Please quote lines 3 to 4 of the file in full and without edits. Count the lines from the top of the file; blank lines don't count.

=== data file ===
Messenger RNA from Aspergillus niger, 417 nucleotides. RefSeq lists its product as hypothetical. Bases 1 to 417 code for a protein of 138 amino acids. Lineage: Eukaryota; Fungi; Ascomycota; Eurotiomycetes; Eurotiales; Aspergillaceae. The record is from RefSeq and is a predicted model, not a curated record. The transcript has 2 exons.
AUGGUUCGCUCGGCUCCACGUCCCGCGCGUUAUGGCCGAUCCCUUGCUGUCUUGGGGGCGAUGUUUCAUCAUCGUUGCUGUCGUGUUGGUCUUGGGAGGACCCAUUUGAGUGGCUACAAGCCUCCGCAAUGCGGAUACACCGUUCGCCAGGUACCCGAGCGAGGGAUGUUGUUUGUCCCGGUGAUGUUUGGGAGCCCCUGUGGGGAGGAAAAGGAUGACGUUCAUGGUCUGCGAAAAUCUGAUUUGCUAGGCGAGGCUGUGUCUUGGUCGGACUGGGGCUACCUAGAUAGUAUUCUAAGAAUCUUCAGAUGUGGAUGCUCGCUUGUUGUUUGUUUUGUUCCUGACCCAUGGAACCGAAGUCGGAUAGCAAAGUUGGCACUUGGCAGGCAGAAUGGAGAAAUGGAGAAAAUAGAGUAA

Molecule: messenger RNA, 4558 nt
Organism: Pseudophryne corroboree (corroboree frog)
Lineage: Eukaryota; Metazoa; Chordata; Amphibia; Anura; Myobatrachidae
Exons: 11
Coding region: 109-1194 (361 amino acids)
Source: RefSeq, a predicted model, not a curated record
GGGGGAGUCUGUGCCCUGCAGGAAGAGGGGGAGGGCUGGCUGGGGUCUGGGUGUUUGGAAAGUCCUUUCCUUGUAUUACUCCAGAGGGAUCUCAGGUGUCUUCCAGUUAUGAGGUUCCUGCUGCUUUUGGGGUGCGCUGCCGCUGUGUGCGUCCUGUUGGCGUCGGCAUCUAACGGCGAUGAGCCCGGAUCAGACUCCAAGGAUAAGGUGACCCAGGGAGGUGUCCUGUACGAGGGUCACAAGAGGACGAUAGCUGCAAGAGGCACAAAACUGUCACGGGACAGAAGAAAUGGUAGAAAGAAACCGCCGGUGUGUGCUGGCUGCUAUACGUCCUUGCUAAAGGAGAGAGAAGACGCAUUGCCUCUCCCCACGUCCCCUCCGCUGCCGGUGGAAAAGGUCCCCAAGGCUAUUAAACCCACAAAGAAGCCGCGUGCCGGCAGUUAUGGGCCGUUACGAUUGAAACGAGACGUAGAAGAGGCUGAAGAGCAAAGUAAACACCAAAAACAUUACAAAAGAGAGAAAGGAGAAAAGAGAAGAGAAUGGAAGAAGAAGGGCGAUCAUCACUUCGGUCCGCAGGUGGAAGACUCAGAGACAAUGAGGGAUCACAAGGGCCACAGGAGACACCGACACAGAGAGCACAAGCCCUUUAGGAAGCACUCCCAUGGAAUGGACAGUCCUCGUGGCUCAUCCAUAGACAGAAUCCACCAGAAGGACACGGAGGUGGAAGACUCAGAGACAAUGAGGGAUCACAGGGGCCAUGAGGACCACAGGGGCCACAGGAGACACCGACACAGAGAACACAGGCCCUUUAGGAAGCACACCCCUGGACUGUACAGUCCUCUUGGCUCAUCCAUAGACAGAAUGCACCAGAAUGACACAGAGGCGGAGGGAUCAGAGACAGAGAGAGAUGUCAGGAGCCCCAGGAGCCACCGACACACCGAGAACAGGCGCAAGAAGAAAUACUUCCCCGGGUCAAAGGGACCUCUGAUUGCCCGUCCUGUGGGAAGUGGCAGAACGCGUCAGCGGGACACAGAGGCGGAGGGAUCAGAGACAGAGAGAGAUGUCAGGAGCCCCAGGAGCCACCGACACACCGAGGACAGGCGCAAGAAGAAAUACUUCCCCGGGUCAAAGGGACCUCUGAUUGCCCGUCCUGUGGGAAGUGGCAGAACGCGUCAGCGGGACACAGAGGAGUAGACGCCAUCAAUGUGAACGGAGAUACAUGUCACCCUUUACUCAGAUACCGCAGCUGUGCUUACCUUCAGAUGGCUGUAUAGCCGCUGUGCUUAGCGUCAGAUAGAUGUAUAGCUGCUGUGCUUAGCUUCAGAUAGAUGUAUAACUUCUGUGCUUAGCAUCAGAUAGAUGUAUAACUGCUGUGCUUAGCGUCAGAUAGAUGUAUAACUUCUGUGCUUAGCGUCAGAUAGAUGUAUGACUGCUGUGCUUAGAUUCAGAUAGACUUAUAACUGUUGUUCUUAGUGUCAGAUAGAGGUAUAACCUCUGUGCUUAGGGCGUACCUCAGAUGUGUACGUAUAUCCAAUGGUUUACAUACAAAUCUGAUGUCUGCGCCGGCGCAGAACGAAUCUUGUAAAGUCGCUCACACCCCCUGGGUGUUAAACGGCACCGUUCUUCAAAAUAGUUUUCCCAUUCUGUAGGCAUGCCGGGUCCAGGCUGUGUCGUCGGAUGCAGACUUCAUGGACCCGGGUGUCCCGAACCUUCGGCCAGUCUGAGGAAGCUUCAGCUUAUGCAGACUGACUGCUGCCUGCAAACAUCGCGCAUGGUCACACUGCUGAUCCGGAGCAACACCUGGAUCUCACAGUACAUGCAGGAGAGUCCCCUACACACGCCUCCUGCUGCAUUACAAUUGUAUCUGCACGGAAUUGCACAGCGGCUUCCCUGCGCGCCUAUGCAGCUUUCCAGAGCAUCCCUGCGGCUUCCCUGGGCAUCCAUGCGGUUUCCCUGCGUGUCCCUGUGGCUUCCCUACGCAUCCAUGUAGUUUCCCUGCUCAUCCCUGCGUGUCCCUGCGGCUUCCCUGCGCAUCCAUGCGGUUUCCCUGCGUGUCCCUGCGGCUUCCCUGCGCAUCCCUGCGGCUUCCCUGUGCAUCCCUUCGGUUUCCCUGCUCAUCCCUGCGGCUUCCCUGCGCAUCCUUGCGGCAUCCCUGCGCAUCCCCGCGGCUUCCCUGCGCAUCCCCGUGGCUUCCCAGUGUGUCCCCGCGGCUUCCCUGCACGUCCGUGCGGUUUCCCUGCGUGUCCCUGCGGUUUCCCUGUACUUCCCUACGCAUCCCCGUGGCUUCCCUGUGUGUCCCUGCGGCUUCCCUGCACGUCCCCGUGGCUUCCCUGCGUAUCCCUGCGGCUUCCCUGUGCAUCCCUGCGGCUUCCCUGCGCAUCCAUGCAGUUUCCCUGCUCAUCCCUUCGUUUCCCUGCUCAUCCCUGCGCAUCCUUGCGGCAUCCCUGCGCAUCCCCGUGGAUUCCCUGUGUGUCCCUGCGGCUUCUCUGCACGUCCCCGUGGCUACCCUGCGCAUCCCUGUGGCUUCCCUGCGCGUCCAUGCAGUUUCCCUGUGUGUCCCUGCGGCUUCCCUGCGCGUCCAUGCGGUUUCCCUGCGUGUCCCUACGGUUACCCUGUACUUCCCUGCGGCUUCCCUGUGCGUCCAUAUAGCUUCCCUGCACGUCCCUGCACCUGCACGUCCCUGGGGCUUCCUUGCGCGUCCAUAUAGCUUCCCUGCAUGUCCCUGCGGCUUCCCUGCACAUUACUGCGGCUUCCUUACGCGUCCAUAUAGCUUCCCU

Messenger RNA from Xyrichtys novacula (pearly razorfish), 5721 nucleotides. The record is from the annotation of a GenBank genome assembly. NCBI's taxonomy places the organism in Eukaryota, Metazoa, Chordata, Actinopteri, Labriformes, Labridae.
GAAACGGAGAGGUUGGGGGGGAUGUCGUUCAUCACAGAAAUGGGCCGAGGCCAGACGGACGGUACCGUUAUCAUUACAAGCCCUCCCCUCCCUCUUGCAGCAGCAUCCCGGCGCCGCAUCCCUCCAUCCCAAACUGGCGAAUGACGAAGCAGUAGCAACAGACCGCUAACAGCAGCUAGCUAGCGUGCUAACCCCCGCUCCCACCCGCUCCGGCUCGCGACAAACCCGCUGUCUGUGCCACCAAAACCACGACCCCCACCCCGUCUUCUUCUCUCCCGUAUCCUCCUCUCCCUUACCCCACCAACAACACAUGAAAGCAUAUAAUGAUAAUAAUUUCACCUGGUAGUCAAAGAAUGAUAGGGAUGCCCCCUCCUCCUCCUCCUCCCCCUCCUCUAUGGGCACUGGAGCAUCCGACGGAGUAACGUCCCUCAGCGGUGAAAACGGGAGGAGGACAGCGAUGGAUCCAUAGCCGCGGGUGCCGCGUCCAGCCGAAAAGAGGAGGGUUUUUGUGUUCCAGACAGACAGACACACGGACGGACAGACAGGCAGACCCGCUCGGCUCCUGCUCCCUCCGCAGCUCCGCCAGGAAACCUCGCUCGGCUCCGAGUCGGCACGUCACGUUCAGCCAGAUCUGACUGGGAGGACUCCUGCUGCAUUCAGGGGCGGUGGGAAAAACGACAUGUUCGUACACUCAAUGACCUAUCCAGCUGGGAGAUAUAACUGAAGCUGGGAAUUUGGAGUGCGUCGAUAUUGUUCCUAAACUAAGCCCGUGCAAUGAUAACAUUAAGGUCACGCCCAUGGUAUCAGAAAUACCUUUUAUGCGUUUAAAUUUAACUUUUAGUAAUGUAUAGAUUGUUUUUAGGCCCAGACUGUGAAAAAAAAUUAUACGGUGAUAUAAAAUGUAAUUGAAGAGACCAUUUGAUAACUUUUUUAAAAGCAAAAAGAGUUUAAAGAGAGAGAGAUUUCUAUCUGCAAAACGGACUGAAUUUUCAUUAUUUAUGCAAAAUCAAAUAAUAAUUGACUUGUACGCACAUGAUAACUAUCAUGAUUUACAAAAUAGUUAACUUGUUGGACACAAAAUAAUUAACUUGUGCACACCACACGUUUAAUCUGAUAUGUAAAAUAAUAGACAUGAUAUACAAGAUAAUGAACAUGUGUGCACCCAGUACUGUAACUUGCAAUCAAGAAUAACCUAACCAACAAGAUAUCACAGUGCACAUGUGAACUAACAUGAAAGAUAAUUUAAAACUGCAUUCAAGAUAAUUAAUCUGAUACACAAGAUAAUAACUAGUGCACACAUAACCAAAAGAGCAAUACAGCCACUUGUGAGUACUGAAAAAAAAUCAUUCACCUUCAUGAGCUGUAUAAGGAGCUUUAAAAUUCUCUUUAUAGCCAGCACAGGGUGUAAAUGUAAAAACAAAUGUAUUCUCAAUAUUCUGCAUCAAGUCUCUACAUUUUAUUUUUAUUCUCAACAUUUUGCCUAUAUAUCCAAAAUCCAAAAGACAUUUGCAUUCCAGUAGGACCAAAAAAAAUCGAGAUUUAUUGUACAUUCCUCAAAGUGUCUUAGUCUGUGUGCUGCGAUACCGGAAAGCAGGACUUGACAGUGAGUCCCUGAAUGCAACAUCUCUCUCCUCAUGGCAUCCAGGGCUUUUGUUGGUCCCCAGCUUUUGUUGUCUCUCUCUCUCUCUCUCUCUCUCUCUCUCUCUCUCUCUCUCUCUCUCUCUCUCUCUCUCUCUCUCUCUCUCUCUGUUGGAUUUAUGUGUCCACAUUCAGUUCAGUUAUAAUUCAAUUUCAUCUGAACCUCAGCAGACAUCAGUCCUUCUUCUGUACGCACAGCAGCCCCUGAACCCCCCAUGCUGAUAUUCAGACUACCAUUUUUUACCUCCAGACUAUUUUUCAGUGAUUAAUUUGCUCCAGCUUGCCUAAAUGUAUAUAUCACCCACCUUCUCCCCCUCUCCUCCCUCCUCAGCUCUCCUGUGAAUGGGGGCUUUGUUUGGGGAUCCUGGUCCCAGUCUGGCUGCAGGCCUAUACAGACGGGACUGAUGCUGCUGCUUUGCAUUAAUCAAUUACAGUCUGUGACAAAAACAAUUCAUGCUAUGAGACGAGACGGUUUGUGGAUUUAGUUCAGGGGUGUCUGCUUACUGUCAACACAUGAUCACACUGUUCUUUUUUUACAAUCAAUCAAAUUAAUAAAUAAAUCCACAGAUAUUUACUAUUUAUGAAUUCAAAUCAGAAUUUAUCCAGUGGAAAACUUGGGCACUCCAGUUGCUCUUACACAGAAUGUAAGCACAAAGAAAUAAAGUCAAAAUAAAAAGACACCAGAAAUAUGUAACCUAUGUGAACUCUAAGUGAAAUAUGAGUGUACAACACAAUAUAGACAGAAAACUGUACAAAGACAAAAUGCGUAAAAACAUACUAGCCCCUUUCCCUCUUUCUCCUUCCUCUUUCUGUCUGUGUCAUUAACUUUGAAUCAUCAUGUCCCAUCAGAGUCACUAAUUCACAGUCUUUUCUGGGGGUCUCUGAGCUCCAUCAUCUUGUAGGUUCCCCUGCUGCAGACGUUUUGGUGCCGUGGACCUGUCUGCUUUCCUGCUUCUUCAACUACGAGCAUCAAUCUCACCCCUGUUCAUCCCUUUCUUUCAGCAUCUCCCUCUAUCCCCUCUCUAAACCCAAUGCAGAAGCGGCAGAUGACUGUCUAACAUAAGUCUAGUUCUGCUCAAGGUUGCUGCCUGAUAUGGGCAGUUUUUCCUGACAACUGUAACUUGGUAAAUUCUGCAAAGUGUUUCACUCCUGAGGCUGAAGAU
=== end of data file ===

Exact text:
Molecule: messenger RNA, 4558 nt
Organism: Pseudophryne corroboree (corroboree frog)